One cannot build a house without a foundation and the bricks
Accordionist, pianist, flutist and tenor saxophonist Juri Smirnov: the history of Latvian jazz that comes to visit
One August eve I get a call from a Lithuanian drummer living in Latvia, Vlad Zelkin: “Aleksandra, Smirnov is flying over to Latvia, do you want to come and listen to our private jam? Everyone will be there!” So I do come. “Everyone” is slowly drinking tea in the Riga Dome Cathedral School at the class of Aivars Krastiņš. Vlad is sitting by the drums, saying “Bob is coming, let’s wait for him.” Bob appears to be Boris Bannykh, whose double bass rolls into the classroom before he does. Except Boris there are also Victor Avdyukevich, Mikhail Schavelev, Raivo Stašāns, some more people. But the party is all about Juri Smirnov, a rare guest in Latvia from Germany, a musician who is still known up here from the Soviet times of the Radio band. So I’m enjoying a listener’s role at the jam, and deciding we’re going to meet again with Juri, so that I can do what I love so much — listen to the stories.
Juri Smirnov: I do music since childhood, I’ve been studying accordion at a music school and heard jazz chords for the first time there. Someone played some chords on the accordion, and it has influenced me so much that I “got infected” jazz immediately. Then I began playing the plani, and, of course, got influenced by Raimonds Pauls trio (piano, drums and double bass), which I heard on the radio. Then I bought some note sheets, studied them, looked how it all got created, went to listen to the other musicians, asked them how to play jazz. There was a piano player Alik Shilov, I’ve enjoyed him playing a lot, there was Naum Periferkovitch as well, and I studied with Fogel at a music college. Was listening to Vadim Vyadro, who was living here. Some jam sessions were happening around, and I tried to attend them and listen.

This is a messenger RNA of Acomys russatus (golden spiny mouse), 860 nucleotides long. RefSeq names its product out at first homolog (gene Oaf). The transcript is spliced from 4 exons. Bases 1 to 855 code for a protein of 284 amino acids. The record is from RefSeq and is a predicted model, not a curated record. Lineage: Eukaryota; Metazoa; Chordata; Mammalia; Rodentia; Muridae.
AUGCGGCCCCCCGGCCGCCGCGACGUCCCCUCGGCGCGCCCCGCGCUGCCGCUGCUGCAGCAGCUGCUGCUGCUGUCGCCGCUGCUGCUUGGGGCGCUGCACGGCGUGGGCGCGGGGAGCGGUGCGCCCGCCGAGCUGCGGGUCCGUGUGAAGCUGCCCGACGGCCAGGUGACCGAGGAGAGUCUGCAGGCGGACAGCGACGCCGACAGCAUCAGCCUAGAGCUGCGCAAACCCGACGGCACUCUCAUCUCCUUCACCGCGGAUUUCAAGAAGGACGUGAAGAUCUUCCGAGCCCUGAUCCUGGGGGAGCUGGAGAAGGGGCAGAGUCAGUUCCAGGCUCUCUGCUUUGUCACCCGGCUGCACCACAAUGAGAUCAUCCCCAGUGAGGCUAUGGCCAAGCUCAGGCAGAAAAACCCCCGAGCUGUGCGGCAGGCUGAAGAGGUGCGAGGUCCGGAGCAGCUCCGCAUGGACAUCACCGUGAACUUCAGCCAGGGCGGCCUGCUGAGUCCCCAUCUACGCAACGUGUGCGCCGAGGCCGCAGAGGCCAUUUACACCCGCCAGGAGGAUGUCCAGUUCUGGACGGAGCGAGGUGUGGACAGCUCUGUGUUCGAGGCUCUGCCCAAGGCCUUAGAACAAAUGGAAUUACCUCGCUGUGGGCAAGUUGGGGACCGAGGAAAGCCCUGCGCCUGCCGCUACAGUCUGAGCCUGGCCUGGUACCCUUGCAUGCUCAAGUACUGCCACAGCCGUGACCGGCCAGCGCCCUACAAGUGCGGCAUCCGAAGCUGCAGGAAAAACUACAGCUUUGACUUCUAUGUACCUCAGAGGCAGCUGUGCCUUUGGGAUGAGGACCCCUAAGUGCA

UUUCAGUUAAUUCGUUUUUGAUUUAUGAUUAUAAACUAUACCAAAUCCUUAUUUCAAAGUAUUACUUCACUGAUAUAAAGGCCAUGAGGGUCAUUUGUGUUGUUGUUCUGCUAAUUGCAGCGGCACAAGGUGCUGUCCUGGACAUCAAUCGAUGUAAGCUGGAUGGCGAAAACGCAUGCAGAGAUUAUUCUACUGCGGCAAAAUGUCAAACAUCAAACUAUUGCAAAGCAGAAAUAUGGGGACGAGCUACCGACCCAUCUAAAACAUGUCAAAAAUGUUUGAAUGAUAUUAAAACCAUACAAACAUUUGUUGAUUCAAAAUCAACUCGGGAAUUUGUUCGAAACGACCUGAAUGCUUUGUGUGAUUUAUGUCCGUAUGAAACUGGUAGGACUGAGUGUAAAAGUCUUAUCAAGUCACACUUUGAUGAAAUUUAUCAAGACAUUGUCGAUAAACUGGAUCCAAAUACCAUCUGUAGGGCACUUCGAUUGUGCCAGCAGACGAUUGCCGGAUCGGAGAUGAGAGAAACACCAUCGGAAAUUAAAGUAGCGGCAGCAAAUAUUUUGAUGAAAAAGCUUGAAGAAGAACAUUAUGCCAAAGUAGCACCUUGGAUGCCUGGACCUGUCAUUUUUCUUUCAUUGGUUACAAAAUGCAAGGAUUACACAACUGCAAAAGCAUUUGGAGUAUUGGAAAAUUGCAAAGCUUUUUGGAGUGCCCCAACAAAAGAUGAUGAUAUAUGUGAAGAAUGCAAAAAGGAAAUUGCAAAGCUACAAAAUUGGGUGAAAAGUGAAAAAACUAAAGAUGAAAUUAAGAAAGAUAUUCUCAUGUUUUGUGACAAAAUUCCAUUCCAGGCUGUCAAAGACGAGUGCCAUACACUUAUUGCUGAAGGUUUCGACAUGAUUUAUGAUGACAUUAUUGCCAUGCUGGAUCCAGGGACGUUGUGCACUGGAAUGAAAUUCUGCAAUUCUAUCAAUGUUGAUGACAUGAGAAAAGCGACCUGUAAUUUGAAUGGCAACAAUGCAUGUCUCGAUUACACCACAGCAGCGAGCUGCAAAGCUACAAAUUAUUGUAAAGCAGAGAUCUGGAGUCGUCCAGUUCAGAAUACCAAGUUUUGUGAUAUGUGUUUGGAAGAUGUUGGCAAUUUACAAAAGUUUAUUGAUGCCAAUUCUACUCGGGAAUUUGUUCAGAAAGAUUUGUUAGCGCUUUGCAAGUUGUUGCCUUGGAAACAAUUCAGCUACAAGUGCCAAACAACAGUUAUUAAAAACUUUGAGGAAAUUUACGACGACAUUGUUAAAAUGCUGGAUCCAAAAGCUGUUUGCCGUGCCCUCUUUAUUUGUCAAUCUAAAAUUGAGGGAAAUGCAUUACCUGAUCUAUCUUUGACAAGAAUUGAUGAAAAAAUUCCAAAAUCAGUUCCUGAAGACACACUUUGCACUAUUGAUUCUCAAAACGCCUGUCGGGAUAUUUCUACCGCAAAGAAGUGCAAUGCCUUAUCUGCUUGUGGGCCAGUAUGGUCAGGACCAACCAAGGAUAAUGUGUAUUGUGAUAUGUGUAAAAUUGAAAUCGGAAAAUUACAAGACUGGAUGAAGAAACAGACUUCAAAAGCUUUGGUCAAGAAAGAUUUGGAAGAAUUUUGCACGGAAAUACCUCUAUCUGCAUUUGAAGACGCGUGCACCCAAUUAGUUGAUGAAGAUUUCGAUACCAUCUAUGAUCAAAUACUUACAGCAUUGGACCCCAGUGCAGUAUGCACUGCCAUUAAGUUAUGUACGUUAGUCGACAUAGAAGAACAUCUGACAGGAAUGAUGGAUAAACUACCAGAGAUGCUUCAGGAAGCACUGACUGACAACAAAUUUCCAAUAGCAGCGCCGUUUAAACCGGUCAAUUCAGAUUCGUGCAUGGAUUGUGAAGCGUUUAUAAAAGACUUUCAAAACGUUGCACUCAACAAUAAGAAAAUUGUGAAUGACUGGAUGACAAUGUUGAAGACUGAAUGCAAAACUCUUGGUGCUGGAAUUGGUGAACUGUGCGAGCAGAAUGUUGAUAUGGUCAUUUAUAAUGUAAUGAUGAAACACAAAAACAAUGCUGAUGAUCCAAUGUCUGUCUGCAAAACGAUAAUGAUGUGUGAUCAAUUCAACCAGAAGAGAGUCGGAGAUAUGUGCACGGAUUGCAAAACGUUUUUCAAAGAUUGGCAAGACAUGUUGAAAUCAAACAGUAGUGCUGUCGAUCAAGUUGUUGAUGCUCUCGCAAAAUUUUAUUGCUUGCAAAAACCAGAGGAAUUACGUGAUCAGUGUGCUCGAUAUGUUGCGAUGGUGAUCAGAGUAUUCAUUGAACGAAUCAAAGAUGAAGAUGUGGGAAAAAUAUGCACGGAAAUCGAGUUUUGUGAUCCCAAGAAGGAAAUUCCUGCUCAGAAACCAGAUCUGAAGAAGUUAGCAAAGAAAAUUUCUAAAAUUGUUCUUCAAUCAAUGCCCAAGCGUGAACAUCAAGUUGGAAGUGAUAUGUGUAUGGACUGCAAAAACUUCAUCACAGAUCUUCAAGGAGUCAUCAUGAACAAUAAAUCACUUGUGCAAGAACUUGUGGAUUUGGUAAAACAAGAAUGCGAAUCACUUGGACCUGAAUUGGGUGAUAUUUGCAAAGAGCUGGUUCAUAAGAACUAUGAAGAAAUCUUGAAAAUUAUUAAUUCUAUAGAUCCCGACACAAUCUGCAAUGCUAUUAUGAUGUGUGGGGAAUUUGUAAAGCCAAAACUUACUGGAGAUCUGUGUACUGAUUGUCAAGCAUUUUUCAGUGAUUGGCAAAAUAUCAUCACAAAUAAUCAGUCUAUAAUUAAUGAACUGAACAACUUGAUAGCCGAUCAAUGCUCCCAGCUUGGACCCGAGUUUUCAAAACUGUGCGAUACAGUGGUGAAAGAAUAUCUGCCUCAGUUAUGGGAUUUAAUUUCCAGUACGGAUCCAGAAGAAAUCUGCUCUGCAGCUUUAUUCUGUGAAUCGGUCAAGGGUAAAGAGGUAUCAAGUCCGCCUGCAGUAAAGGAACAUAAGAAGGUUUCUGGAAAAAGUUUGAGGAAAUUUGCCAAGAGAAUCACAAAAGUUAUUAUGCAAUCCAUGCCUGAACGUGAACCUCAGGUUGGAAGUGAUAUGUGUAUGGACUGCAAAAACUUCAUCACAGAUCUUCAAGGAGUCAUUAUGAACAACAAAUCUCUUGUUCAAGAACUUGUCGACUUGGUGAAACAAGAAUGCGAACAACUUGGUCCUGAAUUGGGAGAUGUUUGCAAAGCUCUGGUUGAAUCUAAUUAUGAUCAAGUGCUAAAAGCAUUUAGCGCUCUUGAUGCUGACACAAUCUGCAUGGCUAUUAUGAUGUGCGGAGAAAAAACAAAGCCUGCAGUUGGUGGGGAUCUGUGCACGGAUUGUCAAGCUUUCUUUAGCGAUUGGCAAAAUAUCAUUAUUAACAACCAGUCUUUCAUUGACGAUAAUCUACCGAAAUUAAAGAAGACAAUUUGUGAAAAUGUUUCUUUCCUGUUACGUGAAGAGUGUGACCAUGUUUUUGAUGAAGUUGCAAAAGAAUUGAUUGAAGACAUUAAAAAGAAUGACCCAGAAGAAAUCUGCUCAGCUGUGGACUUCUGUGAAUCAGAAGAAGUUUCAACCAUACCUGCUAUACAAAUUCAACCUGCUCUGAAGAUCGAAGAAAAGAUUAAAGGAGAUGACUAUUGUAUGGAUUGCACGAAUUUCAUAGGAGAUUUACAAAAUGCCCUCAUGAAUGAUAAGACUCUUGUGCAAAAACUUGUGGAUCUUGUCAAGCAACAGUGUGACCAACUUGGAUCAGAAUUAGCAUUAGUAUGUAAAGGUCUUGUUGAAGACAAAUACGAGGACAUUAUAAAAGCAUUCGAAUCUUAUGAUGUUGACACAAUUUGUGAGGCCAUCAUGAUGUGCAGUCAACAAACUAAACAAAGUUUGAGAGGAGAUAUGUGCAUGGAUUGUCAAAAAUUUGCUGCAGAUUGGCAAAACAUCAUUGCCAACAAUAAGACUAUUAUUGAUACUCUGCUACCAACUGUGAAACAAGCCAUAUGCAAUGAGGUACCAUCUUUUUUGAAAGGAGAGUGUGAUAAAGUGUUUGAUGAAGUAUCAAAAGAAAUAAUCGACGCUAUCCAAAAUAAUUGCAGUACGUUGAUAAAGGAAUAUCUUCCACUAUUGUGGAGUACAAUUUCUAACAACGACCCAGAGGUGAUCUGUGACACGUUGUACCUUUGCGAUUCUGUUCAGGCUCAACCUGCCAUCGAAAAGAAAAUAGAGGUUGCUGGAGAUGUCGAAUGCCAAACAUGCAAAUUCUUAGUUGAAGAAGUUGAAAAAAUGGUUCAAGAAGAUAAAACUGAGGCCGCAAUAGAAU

Then I moved to Lithuania, lived there for 5 years, studied accordion at the conservatory, played jazz piano in the meantime. Listened to Lithuanian musicians, got acquainted to Vlad Zelkin and many others. Then I got back to Latvia, worked at a restaurant here and at the radio in the meantime (Latvian SSR Television and Radio orchestra, which has now transformed into a Latvian Radio big band) for 12 years in a row. At the Radio band I began with playing the piano, then some saxophone, then some flute. Sat by Raimonds Raubiško and learned a lot from him, we were together with Egīls Straume, Ivars Birkāns at the wind instruments section. A great musician and arranger Gunārs Rozenbergs was also there. We went to London with this ensemble, a small ensemble from the radio – Māris Briežkalns on the drums, Victor Avdyukevitch on the double bass, Madars Kalniņš on the piano, Gunārs Rozenbergs on the trombone, Raimonds Raubiško on a soprano saxophone, me on a tenor. Such a company we had. We sat and played every day. On the stage exchanged with such musicians as Joe Henderson, Ronnie Scott himself at his jazz club, Art Blakey came along with his “Jazz Messengers” so we played with them as well.